Defense Date


Document Type


Degree Name

Doctor of Philosophy


Clinical Psychology

First Advisor

Scott Vrana, Ph.D.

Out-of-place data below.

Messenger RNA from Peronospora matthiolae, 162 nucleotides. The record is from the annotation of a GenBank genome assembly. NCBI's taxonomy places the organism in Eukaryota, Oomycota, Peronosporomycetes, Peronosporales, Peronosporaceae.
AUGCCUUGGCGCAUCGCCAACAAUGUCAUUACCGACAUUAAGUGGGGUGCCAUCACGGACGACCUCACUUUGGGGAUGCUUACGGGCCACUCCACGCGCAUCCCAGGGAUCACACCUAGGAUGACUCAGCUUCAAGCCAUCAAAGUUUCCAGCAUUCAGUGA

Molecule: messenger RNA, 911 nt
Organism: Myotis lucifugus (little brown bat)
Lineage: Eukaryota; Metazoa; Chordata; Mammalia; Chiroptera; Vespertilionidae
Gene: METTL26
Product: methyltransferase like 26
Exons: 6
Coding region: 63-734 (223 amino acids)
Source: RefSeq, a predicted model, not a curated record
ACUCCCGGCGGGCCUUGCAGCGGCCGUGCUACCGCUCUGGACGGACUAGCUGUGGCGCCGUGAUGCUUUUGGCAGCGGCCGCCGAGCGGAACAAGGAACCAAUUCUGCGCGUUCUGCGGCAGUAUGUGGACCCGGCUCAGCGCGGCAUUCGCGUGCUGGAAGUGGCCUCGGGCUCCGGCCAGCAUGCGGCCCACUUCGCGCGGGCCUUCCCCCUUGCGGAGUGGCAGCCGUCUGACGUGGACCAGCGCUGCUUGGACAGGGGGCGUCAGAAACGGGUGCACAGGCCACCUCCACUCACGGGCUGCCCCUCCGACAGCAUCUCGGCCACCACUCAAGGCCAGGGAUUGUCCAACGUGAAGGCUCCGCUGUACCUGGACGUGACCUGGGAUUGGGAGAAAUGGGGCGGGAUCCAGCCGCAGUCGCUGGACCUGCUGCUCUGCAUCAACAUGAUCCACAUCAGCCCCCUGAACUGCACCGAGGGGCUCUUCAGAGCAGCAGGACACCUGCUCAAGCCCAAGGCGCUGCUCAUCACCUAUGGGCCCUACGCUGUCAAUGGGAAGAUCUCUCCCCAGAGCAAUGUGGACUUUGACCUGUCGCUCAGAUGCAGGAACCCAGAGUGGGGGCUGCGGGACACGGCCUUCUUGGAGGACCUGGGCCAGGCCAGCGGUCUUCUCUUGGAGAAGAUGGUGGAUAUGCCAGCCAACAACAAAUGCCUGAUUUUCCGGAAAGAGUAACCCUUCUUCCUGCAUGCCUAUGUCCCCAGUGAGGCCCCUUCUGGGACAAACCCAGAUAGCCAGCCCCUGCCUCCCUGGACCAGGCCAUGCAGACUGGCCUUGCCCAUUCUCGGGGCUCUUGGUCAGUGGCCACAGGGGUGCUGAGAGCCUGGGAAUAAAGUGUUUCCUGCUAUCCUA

Vicarious traumatization (VT) describes the gradual, transformative shifts in internal experience that occur as a result of cumulative exposure to clients’ trauma material. VT is thought to develop in the therapist due to empathic engagement with clients, resulting in profound disruptions in frame of reference. Because VT is conceptualized as a condition that develops due to frequent exposure to clients’ traumatic material, a rapidly emerging body of theoretical literature suggests that clinicians can safeguard against VT by maintaining a more balanced workload (i.e., a caseload of clients with a variety of presenting problems) and limiting the number of trauma cases. However, the quantitative research base on VT is limited and has been plagued by several methodological shortcomings, most notably the lack of comparison groups of non-trauma clinicians. As such, a primary aim of the present study was to characterize the prevalence and severity of VT among one group of clinicians treating predominantly traumatized populations, and one group providing treatment for a wider variety of presenting issues. Further, a secondary aim of this project was to identify both therapist-level and occupational-level contributors to VT. In our cross-sectional, online survey study of 114 generalist mental health providers (Mage = 33.36, 75.4% female, 88.6% Caucasian) and 107 trauma clinicians (Mage = 42.66, 81.3% female, 86.9% Caucasian) recruited from various professional organizations, levels of VT were low and not significantly different between the two provider groups. Risk factors for VT included fewer years of experience, having a greater personal history of trauma, and a personal distress empathy style. Protective factors included a perspective-taking empathy style, problem-focused and emotion-focused coping styles, and high-quality supervision. When the VT construct was examined alongside similar (but conceptually different) occupational stress constructs of secondary traumatic stress and burnout, there was a high degree of overlap, indicating that VT may not be a distinct phenomenon or unique to working with trauma clients. Results suggest that claims about the deleterious effects of trauma therapy are likely overstated, thereby refuting the original conceptualization of VT. Future research directions and implications for prevention and intervention are discussed.


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